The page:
The year is 1917, and as World War I rages on the continent, up in Craiglockhart War Hospital psychiatrist Dr. William Rivers is treating casualties with shell-shock.
He knows his charge: he must patch up these men ready to send them back to the front.
And yet, the closer he gets to his patients, the harder he must fight his conscience.
The Regeneration Trilogy is a deeply powerful and brutal retelling of the war that changed everything.
The novels: Regeneration, The Eye in the Door and The Ghost Road are written by internationally renowned author Pat Barker, CBE and FRSL.
Barker was born in Thornaby-on-Tees, Yorkshire on 8 May 1943 and studied international history at the London School of Economics.
Whilst she began writing in her mid-20s, she never published her first three novels – deeming them unworthy.
Barker has currently published 13 books; her first, Union Street, was released in 1982 and her latest novel, Noonday, was released last August (although Penguin has just released their own copy of the novel last month).
The Regeneration Trilogy has received much acclaim, with The Observer naming it one of ‘the 10 best historical novels’ in 2012.
The Eye in the Door also won the 1993 Guardian Fiction Prize, whilst The Ghost Road won the 1995 Booker Prize.
The books are set over the last year of the war and are based on true historical events and figures.
They follow the story of four main characters: psychiatrist Dr. William Rivers and his three main patients – acclaimed poets Siegfried Sassoon and Wilfred Owen and fictional soldier Billy Prior.
Each of these characters I grew to love in their own way and it was heart wrenching at times to see the trials and tragedy they must face.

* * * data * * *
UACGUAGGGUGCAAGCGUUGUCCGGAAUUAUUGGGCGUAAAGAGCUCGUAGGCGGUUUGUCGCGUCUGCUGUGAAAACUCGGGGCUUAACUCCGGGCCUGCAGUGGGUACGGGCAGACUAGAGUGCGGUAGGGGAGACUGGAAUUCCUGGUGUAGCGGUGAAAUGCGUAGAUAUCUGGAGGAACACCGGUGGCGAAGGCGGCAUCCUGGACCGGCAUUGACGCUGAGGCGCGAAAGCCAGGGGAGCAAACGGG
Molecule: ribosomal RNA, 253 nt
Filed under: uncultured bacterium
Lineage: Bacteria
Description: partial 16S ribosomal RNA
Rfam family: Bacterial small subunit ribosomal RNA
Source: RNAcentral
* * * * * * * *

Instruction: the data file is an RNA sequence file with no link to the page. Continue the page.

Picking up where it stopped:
I gained a particular soft spot for Billy, who at the beginning of Regeneration is temporarily mute.
Billy is undoubtedly the glue that holds the storyline together and the normality of his character renders him, if though rather flawed, easily lovable.
What I believe Barker does in her story, better than in any other WWI novel I have read, is very plainly and shockingly emphasise the mental scars of a war.
Mental health, even today, is still quite a taboo subject and Barker confronts the subject in a way that is extremely moving and refreshingly unapologetic.
It’s important to point out here that Barker’s style is characteristically direct and blunt. It’s fair to say these novels are not for those with a squeamish disposition.
However, if you can get past that, the story I believe is made all the better for it and is, though if at times unsettling, masterfully crafted and rewarding.
Each of the novels is a great read in its own right, but of the three, I must say that The Ghost Road is certainly my favourite just for the sheer poignancy and tragic beauty of the ending.
In summary, a very powerful set of books written by an extremely gifted author.
Published by Penguin, Regeneration (1991), The Eye in the Door (1993) and The Ghost Road (1995) all retail at £7.99.